The guy on the bike, Mr. Freud, is another Ballard parent who owns a bunch of car dealerships and therefore has access to lots of vehicles. He’s also a former soldier who was kidnapped and tortured many years ago, and when he gets to the meeting with Osborne and Beckwith, Gibson tells him on the phone to “do to the General what was done to you,” as in torture him with what appears to be a car battery. It’s very grisly. There’s a red and green light, and Osborne has an earpiece, and Gibson talks in his ear and tries to get him to confess about Operation Lennox and a massacre in which lots and lots of people died. Osborne at one point guesses that it’s Gibson on the phone, but Gibson pretends he’s someone else who’s actually broken Gibson for information. Meta!
Finley and Dunn have figured out Freud’s a target by interviewing Anton, the endearing but dorky kid Finley saved who just happens to have a photographic memory (this kid is going to be so rich one day), and tells them about some DPW trucks parked outside his house last week at 3:15 PM. By reviewing surveillance, they track those same trucks to Freud’s house, and somehow (I got lost here) figure out that Osborne is the target when the President comes out of his bunker and starts talking about advanced weapons systems. They’re able to start tracking Osborne’s phone, even when Gibson creates a bunch of fake clones to confuse them, and Dunn and Finley race to the hotel where Osborne’s being tortured, right after they deal with some institutionalized racism on the way.
They get to Osborne, who’s somehow gotten hold of a gun and shot Freud twice, and even though they try to reason with him, Gibson’s in his ear, taunting him about court-martials and his family—so Osborne shoots himself before they’re able to intervene, but not before telling Gibson that the footage he wants is hidden in a top-secret CIA vault (#48). Because there are no vaults at the Pentagon to hide things in, I’m sure, so all military personnel have to stash their super-top-secret things at Langley. How will Gibson access this vault? We get a glimpse of his playbook, with lots of doodles about “Pepco” and “Dulles,” and also what I’m sure are two parents with CIA links for next week’s episode.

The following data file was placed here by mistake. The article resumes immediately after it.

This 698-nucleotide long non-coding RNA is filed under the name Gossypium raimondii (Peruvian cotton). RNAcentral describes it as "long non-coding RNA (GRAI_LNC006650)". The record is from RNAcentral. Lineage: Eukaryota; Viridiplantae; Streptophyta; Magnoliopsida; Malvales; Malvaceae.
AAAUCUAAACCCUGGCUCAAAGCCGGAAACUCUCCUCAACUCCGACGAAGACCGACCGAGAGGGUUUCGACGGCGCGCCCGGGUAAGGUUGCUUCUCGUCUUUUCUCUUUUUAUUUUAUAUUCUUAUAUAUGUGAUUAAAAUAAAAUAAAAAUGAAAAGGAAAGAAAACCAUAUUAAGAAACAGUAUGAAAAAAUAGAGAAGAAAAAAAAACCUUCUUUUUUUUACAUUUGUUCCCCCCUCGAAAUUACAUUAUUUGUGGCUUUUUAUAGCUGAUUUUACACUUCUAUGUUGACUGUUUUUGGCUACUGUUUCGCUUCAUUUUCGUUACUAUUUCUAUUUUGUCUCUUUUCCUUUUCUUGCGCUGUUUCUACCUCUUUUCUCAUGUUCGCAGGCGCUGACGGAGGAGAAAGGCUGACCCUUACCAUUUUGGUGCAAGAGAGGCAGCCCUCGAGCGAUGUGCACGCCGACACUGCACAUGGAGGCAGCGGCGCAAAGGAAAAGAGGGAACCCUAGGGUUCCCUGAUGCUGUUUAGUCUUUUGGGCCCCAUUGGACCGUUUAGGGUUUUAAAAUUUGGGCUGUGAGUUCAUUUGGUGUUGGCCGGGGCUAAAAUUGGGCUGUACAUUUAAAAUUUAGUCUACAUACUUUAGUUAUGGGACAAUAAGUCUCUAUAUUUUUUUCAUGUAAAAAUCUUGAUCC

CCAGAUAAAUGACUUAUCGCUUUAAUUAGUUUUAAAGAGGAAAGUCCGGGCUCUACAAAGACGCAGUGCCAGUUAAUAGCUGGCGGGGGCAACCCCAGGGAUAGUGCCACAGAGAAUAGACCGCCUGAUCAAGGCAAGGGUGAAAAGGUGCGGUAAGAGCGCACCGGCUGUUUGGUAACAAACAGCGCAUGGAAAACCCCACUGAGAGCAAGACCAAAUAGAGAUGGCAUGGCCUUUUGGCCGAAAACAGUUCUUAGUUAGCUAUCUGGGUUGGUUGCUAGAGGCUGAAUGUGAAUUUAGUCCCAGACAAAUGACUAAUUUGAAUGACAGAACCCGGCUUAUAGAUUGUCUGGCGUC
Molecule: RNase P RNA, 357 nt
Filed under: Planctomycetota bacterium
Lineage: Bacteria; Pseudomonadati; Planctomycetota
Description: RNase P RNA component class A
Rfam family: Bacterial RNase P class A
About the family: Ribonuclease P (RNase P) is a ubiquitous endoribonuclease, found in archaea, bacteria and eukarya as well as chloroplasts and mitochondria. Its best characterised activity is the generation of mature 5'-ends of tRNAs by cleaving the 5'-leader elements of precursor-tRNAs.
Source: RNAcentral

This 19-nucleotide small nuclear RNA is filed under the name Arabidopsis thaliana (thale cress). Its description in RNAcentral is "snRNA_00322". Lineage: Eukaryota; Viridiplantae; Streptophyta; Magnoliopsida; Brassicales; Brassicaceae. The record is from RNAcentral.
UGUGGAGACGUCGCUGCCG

It was fun when Kyle tried to go all Hardy Boys with Beckwith’s son and the horrible lacrosse kid. It was less fun when he almost got suffocated by the kidnappers. But he’s no pampered son of privilege, this one—or he is, but he’s also kind of proactive, which I appreciate.
The FBI really need to get Anton on their team, forthwith.
Gibson made something called “egg in a hole,” which looked pretty delicious, but was ruined when he started going on and on about all the wealthy parents at Ballard and their $100,000 ski weekends or something. “I want to break the people at the CIA the way they broke me,” he tells his kidnapping team. “And save the children. They’ve been kidnapped, and they need to be saved.” Everyone looks pretty confused at this point, which is fair.
What did you think of last night’s Crisis? Let us know in the comments.